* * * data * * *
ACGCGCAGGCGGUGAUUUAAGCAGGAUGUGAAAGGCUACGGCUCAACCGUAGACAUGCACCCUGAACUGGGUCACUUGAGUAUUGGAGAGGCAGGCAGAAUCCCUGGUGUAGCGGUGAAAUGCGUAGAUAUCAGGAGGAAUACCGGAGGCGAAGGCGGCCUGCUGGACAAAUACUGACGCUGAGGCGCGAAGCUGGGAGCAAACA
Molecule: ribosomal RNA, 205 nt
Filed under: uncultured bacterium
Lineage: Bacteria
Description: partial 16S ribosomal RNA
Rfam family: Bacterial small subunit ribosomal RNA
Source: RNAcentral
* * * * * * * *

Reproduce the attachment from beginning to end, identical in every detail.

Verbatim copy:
ACGCGCAGGCGGUGAUUUAAGCAGGAUGUGAAAGGCUACGGCUCAACCGUAGACAUGCACCCUGAACUGGGUCACUUGAGUAUUGGAGAGGCAGGCAGAAUCCCUGGUGUAGCGGUGAAAUGCGUAGAUAUCAGGAGGAAUACCGGAGGCGAAGGCGGCCUGCUGGACAAAUACUGACGCUGAGGCGCGAAGCUGGGAGCAAACA
Molecule: ribosomal RNA, 205 nt
Filed under: uncultured bacterium
Lineage: Bacteria
Description: partial 16S ribosomal RNA
Rfam family: Bacterial small subunit ribosomal RNA
Source: RNAcentral